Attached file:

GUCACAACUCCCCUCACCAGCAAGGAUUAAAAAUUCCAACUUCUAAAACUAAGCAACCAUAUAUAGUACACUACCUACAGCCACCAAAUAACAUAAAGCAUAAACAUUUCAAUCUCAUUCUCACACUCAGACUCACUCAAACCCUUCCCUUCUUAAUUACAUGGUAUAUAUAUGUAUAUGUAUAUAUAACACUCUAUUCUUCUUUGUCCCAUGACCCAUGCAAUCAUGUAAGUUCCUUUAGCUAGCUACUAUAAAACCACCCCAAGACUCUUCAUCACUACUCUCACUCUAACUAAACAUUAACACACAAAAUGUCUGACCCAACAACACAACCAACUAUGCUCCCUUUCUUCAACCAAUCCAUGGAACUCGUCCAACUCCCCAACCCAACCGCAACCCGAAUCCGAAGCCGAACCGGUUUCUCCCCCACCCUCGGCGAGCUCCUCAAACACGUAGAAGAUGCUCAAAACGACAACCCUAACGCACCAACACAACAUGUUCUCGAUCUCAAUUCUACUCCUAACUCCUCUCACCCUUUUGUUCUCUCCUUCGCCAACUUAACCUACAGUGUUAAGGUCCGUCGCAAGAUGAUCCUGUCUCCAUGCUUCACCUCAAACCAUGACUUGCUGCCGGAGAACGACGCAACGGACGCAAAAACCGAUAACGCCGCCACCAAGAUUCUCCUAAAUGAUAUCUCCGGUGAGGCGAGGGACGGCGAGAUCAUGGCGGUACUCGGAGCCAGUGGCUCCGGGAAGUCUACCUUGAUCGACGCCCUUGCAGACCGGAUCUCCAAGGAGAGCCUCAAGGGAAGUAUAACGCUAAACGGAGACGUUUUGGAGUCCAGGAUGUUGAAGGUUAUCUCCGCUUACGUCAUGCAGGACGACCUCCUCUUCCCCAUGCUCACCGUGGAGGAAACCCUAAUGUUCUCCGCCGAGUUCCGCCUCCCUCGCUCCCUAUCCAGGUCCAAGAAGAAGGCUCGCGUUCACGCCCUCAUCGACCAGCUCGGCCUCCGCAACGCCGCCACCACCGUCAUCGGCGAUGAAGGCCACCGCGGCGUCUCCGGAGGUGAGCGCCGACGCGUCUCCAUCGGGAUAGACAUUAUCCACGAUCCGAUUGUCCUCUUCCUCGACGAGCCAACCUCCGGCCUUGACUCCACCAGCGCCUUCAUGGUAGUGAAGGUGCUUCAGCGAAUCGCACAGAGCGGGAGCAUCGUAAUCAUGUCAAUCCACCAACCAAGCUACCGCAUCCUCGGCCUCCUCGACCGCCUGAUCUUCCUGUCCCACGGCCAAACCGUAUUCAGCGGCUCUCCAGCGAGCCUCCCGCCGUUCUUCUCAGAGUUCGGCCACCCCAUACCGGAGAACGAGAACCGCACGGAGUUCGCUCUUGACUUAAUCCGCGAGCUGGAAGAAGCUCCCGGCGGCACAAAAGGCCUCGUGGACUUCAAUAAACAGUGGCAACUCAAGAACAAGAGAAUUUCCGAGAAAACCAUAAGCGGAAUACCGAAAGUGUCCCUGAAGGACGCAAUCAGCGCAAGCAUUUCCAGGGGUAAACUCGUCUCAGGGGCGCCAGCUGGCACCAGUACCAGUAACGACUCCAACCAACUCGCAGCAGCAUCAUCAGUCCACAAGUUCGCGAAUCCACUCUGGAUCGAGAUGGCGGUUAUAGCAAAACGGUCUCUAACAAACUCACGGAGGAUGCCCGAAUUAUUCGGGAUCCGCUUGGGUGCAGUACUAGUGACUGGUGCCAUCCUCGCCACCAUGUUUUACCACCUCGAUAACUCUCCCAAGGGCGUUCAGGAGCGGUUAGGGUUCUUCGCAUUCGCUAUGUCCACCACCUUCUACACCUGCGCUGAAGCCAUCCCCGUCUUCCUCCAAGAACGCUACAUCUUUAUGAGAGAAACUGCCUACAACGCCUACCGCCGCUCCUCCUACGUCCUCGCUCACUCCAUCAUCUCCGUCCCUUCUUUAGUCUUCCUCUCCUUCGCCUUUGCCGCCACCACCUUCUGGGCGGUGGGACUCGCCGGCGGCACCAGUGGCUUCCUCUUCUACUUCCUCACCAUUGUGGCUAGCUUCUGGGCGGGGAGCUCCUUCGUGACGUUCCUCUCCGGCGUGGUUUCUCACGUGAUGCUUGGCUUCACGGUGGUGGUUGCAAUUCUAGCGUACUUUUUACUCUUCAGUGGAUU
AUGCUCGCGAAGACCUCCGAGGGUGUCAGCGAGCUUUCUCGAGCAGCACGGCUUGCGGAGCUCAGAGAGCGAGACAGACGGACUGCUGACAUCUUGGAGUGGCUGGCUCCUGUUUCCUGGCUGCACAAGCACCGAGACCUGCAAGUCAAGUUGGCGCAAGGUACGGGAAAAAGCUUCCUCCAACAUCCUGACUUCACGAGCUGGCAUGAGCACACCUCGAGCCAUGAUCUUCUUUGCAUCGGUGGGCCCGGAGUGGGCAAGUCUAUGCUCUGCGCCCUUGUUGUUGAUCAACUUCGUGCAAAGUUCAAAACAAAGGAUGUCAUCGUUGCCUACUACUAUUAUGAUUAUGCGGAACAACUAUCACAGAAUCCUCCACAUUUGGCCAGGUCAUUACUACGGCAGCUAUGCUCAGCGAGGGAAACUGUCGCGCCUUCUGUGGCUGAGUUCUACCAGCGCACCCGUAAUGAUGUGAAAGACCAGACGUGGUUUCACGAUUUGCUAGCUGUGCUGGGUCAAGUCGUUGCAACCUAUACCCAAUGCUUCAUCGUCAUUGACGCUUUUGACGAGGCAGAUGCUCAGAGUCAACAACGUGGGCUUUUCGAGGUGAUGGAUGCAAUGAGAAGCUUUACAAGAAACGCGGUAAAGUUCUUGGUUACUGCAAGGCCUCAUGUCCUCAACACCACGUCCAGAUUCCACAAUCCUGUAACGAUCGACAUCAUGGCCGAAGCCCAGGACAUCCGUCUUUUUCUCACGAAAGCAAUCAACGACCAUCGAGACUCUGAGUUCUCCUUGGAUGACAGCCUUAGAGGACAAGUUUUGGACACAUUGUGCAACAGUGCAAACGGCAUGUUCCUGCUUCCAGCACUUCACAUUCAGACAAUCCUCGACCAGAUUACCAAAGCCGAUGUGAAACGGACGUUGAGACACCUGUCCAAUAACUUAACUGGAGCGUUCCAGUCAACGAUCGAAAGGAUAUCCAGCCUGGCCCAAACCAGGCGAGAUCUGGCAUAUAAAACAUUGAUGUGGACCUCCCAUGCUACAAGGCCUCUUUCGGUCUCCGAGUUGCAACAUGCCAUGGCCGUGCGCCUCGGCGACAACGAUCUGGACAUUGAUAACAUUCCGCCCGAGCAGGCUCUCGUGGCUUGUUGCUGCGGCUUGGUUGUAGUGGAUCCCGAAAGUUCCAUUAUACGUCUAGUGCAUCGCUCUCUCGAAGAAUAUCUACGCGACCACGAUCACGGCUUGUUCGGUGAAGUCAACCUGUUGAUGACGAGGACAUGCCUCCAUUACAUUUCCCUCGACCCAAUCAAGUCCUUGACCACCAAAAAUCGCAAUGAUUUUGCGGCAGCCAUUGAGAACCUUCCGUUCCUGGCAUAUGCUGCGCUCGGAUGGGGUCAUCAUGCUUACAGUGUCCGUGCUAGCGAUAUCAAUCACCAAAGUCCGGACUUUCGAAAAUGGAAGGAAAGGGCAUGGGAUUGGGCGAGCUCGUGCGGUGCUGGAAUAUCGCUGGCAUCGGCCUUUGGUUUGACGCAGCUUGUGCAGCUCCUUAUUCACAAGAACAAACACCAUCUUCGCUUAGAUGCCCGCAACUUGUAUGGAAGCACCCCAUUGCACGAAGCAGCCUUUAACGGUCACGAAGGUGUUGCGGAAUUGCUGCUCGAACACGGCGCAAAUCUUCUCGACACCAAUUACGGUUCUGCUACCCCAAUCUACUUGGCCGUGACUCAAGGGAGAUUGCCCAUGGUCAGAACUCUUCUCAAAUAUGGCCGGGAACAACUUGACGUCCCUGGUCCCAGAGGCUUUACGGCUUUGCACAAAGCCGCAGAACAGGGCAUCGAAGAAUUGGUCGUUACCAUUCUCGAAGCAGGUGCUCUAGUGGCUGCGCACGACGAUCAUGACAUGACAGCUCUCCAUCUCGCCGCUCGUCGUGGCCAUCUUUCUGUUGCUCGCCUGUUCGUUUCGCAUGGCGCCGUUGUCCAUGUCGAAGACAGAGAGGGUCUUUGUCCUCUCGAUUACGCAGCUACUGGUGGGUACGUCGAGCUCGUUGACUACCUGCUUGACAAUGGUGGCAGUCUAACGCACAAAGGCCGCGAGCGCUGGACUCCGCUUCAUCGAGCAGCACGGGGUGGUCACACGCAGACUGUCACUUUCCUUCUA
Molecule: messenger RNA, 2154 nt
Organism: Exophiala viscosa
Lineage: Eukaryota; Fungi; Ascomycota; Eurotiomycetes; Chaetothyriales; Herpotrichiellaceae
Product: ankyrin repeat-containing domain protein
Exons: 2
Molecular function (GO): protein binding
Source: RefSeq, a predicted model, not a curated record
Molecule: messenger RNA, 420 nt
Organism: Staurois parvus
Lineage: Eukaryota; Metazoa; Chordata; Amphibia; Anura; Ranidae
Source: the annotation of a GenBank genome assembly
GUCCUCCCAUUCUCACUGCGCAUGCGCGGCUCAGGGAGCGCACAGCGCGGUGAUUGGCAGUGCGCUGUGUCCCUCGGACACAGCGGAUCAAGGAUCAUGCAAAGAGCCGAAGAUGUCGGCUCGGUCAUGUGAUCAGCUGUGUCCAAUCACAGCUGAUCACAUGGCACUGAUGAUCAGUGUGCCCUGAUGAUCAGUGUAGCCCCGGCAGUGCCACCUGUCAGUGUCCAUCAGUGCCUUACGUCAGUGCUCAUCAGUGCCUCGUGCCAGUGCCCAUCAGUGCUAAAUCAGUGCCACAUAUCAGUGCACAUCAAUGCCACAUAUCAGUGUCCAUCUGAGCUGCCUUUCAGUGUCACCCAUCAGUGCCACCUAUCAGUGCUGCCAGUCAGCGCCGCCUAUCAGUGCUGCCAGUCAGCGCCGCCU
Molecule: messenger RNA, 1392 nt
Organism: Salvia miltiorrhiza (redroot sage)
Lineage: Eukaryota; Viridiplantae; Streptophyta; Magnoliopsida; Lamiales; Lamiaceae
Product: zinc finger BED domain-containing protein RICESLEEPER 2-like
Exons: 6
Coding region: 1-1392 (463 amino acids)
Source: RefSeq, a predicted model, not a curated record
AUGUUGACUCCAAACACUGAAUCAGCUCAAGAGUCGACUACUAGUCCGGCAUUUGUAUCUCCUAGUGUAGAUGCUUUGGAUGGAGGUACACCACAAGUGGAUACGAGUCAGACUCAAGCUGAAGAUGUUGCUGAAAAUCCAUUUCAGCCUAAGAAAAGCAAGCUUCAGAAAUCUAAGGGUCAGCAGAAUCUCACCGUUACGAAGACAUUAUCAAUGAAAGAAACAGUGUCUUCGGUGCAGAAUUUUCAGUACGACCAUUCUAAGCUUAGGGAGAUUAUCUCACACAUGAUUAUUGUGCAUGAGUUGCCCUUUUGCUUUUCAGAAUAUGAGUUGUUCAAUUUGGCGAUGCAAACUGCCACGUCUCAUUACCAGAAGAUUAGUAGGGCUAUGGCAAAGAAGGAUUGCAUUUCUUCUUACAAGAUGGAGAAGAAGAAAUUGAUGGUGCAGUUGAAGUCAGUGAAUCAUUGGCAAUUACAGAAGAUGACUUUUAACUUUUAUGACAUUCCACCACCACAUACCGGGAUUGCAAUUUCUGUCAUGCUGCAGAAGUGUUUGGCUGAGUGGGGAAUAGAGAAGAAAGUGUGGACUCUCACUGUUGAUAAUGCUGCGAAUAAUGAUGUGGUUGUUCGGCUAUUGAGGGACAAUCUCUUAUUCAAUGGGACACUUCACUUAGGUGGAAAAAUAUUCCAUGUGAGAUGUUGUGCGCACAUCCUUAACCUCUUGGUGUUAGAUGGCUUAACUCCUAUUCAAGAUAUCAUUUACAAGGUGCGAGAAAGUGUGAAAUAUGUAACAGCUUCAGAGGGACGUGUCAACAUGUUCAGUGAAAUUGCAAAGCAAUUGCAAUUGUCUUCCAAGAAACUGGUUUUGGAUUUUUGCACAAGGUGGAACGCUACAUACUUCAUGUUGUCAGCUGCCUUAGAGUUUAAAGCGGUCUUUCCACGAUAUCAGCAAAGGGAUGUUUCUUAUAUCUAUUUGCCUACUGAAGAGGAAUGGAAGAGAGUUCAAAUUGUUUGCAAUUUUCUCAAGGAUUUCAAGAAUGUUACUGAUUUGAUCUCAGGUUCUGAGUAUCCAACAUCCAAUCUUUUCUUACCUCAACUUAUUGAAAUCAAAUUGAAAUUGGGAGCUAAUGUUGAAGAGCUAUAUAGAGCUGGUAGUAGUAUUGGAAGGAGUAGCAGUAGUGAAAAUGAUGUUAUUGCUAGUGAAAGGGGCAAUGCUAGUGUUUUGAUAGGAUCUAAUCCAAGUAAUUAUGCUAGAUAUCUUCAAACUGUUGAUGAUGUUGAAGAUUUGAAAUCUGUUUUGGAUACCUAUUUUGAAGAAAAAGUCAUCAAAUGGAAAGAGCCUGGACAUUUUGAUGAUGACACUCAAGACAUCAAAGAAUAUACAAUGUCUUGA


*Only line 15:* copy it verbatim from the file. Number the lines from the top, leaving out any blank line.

Molecule: messenger RNA, 1392 nt